We brainstormed. Used whiteboards. Dry erase markers. Free association. Thesauri. A lot of back and forth. Ultimately, the theme verbiage and the “look” of our conference came together all at once. We chose The Confluence of Inspiration and Adventure as our tagline in celebration of the pioneers who crossed the Rockies and found this region, and the region’s tremendous natural beauty, and as a nod to the “grand junction” of the Gunnison and Colorado Rivers for which our city is named. Further, we wanted the vastness of the Colorado landscape to reflect in our openness to the session content that our colleagues would propose and that we would host. We sought to craft a setting where librarians from anywhere could inspire and be inspired, experience compelling surroundings and provide enriching experiences for others.
Regarding the direction of our logo and design elements, one of our planning committee members, Jay Ballenberger, Reference and Instruction Librarian, had old Work Projects Administration (WPA) posters on his mind. We are forever indebted to Lisa Smith, Graphic Artist and Special Projects Coordinator within Colorado Mesa University’s Marketing Department, who took our WPA poster inspiration (particularly the “See America – Montana” poster) and our tagline, and created a stunning series of logos for our conference materials. Focusing on our conference favors, or SWAG, we were committed to the idea of reusability, of lasting gifts for our attendees and of gifts that would be beneficial during and after the conference itself. We also wanted to show appreciation for the time and expense to attend LIW 2018, so we budgeted with gratitude and utility in mind. Infuser water bottles (it was July in the high desert, after all!), padfolios debossed with our logo and with a Velcro element to prop up a smart phone, totes with zippers and water bottle compartments, and pens with a wax highlighter feature (always get sample pens to test before ordering!). Then, we decided to celebrate our presenters with a little something extra – a custom LIW 2018 presenter patch, similar to those individuals receive for their accomplishments as a Scout. As chair of the planning committee, I especially wanted the conference to feel personal, specific and thankful for attendees and presenters alike.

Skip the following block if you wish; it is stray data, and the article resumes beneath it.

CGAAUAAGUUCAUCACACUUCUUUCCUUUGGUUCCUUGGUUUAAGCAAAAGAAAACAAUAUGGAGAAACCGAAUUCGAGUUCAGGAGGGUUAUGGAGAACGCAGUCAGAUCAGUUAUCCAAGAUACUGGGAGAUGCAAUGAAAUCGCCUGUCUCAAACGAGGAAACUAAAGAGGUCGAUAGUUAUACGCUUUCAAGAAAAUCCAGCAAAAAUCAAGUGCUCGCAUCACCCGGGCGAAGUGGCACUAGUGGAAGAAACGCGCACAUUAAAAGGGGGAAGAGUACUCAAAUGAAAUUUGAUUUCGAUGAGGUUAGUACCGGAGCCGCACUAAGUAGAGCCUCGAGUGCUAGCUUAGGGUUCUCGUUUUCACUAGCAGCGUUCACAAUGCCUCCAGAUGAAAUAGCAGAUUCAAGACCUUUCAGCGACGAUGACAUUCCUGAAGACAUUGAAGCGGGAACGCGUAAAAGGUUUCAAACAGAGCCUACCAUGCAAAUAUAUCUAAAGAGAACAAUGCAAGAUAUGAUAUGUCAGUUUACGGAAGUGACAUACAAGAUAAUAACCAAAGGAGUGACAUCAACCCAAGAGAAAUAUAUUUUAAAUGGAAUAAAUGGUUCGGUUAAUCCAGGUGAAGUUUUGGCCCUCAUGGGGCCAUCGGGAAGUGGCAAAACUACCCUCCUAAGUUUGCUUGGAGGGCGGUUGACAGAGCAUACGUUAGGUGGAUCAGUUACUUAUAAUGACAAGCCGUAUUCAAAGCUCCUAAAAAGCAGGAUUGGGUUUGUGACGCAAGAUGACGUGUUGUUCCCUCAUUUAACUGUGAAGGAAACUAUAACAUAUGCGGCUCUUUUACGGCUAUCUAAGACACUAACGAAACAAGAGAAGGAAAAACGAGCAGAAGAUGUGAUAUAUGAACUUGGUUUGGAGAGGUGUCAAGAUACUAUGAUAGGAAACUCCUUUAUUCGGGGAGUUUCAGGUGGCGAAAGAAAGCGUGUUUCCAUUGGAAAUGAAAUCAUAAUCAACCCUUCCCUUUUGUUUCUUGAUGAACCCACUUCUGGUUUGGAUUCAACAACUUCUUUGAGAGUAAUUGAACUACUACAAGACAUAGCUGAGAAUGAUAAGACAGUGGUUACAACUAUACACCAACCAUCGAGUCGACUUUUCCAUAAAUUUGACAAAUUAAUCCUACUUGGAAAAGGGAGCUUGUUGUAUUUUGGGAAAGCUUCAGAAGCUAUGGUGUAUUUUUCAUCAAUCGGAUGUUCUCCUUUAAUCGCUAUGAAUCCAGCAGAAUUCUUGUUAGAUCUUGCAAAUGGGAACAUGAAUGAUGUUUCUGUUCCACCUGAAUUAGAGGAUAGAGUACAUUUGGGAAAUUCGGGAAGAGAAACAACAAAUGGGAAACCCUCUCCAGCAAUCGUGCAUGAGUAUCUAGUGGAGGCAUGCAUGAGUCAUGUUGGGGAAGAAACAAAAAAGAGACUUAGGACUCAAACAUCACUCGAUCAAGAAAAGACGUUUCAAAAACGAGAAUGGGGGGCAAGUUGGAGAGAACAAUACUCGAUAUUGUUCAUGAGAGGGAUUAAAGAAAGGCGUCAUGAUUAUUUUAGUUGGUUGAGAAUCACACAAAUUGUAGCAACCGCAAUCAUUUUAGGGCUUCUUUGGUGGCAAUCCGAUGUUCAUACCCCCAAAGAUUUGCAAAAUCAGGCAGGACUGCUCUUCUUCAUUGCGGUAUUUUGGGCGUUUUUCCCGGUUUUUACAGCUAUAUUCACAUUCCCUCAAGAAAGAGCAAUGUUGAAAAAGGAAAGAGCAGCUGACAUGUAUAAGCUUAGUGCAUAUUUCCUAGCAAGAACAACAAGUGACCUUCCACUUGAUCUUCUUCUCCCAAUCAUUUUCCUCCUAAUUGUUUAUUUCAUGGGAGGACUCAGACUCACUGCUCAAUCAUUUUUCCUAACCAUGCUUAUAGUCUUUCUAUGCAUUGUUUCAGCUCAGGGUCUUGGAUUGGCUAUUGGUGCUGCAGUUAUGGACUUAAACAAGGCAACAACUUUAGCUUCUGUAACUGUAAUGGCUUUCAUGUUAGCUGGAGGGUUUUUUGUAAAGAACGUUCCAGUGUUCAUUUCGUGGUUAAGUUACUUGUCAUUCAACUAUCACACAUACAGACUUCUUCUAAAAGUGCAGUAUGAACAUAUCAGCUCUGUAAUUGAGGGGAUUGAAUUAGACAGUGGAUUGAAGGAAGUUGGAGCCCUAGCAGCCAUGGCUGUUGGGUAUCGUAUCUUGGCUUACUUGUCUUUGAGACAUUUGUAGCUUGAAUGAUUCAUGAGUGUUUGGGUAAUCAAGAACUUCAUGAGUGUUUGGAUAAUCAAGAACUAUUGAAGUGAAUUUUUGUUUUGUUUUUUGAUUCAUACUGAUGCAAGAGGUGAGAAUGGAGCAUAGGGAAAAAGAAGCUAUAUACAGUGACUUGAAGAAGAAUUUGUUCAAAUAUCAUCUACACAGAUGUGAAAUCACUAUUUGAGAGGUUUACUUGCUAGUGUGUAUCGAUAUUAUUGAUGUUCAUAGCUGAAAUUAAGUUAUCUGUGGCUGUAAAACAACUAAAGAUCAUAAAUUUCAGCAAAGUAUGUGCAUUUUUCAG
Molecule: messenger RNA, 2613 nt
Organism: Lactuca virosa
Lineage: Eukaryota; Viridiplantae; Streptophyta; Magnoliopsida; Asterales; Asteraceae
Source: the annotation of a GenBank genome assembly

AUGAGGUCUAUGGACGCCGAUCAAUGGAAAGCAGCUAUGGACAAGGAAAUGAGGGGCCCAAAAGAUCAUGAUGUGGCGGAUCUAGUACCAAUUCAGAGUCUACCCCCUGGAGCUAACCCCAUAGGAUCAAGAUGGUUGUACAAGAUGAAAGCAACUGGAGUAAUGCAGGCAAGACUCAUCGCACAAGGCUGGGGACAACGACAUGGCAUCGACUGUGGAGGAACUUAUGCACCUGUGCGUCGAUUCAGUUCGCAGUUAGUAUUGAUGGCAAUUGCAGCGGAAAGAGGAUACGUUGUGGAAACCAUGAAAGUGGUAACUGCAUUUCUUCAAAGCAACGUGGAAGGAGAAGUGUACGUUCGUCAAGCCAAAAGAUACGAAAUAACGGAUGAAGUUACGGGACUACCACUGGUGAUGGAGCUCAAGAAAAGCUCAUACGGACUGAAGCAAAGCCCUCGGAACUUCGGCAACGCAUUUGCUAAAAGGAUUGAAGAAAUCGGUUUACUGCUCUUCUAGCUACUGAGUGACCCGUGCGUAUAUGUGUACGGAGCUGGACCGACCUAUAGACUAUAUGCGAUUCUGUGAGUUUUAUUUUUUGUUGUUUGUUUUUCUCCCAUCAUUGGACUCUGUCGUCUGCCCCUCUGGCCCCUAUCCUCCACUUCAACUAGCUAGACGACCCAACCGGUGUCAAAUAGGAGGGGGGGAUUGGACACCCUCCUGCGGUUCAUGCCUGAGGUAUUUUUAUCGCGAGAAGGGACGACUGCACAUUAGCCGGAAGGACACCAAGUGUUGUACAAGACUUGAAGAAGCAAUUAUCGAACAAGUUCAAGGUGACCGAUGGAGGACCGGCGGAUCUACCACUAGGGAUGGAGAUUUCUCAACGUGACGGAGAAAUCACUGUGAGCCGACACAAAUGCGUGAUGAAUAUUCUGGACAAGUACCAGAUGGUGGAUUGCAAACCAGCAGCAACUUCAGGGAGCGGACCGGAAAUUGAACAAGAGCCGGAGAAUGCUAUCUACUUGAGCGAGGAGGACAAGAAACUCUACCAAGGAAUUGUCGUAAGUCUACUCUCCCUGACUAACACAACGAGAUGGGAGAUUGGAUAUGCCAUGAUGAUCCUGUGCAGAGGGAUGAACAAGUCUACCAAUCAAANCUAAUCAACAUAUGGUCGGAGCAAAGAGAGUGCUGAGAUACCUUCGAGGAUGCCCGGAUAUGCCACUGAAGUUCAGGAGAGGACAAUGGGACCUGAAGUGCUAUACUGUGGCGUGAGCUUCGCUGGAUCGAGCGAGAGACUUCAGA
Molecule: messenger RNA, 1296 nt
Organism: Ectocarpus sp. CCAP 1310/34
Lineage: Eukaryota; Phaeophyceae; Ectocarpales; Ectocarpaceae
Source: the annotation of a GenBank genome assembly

Armed with our tagline and burgeoning thoughts on our logo, the planning committee turned to the next challenging task: choosing a keynote speaker. Here, we shifted perspectives a bit and considered our mascot, the maverick. We debated a “library world” voice or an “outsider” and reviewed the “carryover” funds that we needed to spend down. We decided to pursue Maria Konnikova, author of several books, including The Confidence Game (about con artists) and Mastermind: How to Think Like Sherlock Holmes. Both of those topics connect with information literacy, with the observation and critical thinking skills required of both smart criminals and smart detectives, and we liked the idea of a speaker outside the sphere of academic librarianship but who might present a national draw.
So how did it go?